Brewing using the intense setting removed the bitter edge and brought out more of the coffee’s sweetness – we only wish it was simpler to select this every time.Price and availability
The Vertuo Pop is widely available for £99-£100 in the UK. There’s little difference between most retailers’ standard prices but you can buy it from John Lewis (where, at the time of writing, you’ll also get 50 coffee capsules free), Argos and Very.
However, Amazon currently has a limited-time discount that’ll net you £10-£20 off, depending on the colour you want.
In the US, the Vertuo Pop+ is available only from Nespresso for $129.Verdict
If you prize consistency and convenience above all else, you’re sure to love the sheer simplicity of the Nespresso Vertuo Pop. Everything has been done for you, from handling the mess of capsules and deciding how much water to use, to turning itself off after two minutes.
And, while you may not have the space for one of the larger Vertuo machines, the Pop’s small size means it’s perfect for those with limited kitchen space or a home office.
However, like all Vertuo machines, you’re limited to compatible capsules, rather than the original Nespresso system, which now offers choice from other roasters.
In addition to this, by making the Vertuo Pop small and simple, there have been concessions in practicality. These may not be an issue for those who only want their coffee hot, black and wet, and don’t mind keeping a water supply nearby.
But for busy households, all-day coffee drinkers and latte lovers, its limitations may prove a frustration too far. Ultimately, how much you love the Nespresso Vertuo Pop will come down to how much versatility you’re happy to sacrifice for the ease of good coffee with one tap.
The question may be whether one of the other Vertuo machines is right for you. Our main bugbear with this machine is its petite water tank. But we’ve also reviewed the Vertuo Next, which has a larger, one litre water tank you can use to fill a carafe, and the Vertuo Plus, which has a 1.2 litre water tank and can accomodate four cup sizes.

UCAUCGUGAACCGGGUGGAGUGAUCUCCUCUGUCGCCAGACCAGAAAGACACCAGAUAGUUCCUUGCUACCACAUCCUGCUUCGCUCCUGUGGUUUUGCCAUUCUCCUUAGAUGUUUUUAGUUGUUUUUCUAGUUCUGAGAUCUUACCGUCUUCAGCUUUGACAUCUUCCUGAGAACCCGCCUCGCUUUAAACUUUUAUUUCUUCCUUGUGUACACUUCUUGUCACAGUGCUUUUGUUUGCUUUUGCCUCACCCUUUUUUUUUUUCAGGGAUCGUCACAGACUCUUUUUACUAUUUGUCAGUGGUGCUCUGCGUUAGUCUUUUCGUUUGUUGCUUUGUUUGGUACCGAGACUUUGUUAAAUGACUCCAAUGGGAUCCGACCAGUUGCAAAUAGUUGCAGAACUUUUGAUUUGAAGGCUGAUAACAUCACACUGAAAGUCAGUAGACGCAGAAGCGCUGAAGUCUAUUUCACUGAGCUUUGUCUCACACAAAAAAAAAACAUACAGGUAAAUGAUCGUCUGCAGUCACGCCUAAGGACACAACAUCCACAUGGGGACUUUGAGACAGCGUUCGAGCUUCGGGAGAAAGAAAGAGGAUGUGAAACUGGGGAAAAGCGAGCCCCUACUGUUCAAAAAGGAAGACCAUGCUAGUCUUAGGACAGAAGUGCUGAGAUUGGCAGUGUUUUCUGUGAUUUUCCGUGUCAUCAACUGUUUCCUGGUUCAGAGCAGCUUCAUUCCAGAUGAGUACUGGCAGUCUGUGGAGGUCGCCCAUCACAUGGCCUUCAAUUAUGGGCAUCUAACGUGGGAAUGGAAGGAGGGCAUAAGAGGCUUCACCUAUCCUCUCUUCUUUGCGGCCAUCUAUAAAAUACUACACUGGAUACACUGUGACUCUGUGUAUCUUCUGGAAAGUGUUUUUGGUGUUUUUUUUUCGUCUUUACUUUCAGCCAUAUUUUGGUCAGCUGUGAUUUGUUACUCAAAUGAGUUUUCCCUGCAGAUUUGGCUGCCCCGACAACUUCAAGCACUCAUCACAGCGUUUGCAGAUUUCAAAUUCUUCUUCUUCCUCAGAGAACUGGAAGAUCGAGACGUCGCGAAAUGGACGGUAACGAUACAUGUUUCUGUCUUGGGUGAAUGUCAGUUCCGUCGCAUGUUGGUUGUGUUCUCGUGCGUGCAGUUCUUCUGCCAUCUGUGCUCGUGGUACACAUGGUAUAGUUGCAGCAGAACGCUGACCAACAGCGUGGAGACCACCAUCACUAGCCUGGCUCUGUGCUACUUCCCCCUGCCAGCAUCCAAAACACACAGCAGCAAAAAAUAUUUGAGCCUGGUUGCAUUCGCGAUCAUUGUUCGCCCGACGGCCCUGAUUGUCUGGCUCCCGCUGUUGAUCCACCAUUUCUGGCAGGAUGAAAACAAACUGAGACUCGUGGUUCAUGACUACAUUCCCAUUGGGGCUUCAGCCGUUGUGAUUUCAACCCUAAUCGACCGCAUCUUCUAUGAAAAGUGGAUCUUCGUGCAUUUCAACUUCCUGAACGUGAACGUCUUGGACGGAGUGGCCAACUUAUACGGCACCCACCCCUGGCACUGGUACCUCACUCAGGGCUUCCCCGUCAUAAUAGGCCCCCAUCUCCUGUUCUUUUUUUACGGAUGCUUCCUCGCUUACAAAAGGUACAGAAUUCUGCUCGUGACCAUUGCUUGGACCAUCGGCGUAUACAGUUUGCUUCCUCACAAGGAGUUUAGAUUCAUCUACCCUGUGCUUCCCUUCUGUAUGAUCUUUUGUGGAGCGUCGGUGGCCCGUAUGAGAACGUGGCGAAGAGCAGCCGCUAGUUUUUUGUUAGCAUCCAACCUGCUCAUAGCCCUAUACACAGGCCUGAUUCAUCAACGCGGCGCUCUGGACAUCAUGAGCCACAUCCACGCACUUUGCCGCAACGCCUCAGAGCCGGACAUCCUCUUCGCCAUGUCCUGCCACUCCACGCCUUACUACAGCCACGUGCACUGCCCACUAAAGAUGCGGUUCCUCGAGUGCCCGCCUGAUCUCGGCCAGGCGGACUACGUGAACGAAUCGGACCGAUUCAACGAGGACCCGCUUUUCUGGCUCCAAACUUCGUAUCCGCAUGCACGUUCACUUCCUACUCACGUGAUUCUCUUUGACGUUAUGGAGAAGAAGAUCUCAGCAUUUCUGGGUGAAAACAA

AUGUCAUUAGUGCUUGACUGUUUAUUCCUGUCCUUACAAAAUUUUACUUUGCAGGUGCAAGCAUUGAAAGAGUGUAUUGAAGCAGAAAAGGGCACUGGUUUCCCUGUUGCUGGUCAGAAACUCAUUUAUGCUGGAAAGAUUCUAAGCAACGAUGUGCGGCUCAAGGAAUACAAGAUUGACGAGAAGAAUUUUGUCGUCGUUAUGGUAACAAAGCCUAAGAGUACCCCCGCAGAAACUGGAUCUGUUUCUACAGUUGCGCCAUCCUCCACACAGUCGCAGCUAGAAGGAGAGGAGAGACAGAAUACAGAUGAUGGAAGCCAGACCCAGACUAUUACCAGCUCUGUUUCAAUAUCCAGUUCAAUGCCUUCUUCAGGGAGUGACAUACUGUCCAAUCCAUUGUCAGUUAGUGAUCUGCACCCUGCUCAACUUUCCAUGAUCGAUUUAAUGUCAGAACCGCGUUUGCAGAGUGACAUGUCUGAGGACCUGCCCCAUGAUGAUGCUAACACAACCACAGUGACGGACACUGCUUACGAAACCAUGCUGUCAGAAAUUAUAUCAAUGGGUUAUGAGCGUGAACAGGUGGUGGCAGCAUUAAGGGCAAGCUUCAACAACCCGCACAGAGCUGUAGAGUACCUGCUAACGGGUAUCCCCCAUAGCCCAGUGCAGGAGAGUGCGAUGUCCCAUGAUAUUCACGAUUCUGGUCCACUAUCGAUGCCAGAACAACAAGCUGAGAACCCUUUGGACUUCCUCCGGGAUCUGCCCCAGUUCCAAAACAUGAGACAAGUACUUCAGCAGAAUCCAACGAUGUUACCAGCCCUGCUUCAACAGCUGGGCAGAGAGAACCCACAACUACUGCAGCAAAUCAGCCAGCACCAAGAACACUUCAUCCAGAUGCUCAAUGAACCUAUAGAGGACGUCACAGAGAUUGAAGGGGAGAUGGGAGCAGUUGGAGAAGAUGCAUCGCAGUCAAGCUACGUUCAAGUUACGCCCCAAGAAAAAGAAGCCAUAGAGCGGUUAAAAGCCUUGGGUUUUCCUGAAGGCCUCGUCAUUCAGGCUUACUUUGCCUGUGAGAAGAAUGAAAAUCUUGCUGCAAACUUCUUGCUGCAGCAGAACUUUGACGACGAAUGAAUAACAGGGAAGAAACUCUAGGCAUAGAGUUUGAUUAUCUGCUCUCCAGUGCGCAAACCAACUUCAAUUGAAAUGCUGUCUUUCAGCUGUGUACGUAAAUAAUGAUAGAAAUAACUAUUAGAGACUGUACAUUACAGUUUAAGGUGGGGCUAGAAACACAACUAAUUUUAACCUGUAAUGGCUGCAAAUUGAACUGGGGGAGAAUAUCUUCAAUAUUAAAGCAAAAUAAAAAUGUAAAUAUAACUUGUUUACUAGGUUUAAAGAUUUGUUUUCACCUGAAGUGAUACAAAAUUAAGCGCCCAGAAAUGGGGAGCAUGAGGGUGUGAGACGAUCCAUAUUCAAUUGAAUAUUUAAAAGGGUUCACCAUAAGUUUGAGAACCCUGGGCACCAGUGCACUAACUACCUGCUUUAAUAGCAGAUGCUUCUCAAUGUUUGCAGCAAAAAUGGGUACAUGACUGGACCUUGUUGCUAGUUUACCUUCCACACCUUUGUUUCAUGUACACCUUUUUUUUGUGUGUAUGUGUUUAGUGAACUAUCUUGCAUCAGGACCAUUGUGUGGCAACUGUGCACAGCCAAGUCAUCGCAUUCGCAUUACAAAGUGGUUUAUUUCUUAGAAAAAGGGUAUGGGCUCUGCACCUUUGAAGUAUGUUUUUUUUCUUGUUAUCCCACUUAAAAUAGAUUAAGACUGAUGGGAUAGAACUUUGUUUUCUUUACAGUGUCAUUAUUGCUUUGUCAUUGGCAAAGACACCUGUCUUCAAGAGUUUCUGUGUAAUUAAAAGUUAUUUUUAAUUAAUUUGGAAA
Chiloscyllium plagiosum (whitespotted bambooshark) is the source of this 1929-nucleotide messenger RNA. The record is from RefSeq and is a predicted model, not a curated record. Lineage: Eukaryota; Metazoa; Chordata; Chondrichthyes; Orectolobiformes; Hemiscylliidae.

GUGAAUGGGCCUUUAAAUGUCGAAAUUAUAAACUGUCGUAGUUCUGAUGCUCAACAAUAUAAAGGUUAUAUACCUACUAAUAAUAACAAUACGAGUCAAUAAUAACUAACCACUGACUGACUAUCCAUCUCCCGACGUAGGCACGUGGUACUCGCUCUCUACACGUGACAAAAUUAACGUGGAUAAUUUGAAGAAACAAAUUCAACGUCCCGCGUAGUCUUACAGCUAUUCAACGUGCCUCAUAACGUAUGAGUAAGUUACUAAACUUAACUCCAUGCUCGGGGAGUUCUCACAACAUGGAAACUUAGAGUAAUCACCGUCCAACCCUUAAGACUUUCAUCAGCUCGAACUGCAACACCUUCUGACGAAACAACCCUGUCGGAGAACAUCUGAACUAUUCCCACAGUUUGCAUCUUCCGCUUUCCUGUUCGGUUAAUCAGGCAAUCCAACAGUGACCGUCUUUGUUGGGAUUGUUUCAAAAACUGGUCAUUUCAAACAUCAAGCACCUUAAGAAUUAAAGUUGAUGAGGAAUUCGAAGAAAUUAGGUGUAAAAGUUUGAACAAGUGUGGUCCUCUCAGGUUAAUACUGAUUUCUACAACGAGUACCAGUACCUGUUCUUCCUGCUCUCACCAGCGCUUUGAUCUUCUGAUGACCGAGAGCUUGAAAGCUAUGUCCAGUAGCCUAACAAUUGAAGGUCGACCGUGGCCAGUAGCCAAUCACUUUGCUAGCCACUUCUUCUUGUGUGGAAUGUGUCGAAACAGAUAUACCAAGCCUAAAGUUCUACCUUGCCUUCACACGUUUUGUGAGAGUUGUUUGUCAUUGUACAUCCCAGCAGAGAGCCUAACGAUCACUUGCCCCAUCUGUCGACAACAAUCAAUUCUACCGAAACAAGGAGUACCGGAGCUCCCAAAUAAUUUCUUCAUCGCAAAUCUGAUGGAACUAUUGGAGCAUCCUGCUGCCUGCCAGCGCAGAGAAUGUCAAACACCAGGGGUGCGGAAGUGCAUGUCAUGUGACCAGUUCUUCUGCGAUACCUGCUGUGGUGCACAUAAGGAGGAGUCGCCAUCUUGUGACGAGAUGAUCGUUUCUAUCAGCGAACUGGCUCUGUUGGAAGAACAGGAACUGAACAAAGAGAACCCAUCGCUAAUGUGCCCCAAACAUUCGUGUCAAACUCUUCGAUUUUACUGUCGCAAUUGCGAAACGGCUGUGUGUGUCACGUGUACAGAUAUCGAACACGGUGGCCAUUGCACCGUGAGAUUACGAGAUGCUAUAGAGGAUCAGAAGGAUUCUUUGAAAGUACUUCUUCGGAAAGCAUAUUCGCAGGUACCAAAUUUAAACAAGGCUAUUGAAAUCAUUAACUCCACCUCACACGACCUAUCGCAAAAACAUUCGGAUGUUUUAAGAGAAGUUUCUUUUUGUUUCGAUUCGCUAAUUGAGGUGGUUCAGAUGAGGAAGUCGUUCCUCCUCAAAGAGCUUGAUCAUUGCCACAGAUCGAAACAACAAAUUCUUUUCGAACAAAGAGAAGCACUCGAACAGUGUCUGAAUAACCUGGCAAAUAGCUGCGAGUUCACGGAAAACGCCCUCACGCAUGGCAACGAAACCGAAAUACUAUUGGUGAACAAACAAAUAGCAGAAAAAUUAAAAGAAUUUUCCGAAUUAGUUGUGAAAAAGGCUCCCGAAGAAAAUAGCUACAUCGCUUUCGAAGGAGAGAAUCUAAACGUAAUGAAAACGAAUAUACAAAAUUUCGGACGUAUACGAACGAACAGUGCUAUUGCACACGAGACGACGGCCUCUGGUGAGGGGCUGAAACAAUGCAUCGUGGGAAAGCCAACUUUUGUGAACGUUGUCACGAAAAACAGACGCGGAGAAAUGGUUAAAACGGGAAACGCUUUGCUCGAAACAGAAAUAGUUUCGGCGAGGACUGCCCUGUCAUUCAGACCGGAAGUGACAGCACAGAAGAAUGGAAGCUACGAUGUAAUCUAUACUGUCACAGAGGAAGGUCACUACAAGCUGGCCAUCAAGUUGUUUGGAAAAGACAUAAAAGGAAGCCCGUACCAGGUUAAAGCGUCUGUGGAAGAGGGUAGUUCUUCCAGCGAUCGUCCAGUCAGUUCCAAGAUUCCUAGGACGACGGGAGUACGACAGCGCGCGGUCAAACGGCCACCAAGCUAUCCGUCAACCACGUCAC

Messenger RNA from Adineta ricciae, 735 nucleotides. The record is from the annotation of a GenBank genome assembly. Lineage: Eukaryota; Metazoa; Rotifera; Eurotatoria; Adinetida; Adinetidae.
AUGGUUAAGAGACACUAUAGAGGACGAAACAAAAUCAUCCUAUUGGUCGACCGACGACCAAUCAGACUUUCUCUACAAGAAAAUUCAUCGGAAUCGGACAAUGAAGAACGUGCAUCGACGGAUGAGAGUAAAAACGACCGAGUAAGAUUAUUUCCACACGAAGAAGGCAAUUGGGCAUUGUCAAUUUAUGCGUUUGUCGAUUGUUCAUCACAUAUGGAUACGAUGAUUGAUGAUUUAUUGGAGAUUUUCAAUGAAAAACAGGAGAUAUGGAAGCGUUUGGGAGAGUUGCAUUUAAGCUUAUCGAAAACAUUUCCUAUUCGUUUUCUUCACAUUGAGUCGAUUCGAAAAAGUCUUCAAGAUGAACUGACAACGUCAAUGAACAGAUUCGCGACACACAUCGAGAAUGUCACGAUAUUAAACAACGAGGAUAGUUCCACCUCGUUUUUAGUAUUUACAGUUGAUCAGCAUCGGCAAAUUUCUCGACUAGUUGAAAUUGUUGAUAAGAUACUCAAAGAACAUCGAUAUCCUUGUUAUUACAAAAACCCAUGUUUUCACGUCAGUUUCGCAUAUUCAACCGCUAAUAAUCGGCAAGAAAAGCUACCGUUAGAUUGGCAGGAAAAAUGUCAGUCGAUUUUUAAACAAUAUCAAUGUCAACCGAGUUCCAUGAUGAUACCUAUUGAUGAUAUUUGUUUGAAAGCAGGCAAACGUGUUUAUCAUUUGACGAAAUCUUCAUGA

For more coffee machine options of all types, have a look at our round-up of the best coffee machines. And to see how the Vertuo Pop fares against other capsule coffee machines, browse the best pod coffee machines we’ve tested.
Robots excel at the tedious, repetitive tasks that bore humans into ineffectiveness. So NASA has tweaked an experimental Google smartphone called “Project Tango” that takes 250,000 measurements per second to create a 3-D map of the environment. The hacked version of Project Tango will help provide navigation information for a utility robot that previously had limited autonomous motion capability, called SPHERES. The robot/phone hybrid will launch in an Orbital Sciences Cygnus spacecraft aboard an Antares rocket on June 10th. If successfully tested, the robot will be particularly well-suited for tasks that need to be undertaken 24/7, like keeping track of the 20,000 objects aboard the International Space Station (ISS), monitoring radiation levels, or detecting dangerous pockets of CO2 in the cabin.
“Astronauts typically use handheld instruments for these tasks. And they have to be carried out all the time,” says Terry Fong, director of the Intelligent Robotics Group at NASA. “A robot’s not complaining if you have it working on something all the time.”
SPHERES, inspired by a training robot from Star Wars and first deployed in 2003, is currently limited to motion in a 2x2x2 meter cube. To determine its location, SPHERES emits an infrared pulse, which triggers an ultrasound “chirp” from each of 5 beacons within the cube. By measuring how long it takes for each of the chirps to reach SPHERES, the robot determines its location. But that means that SPHERES can’t move outside of its ultrasound box.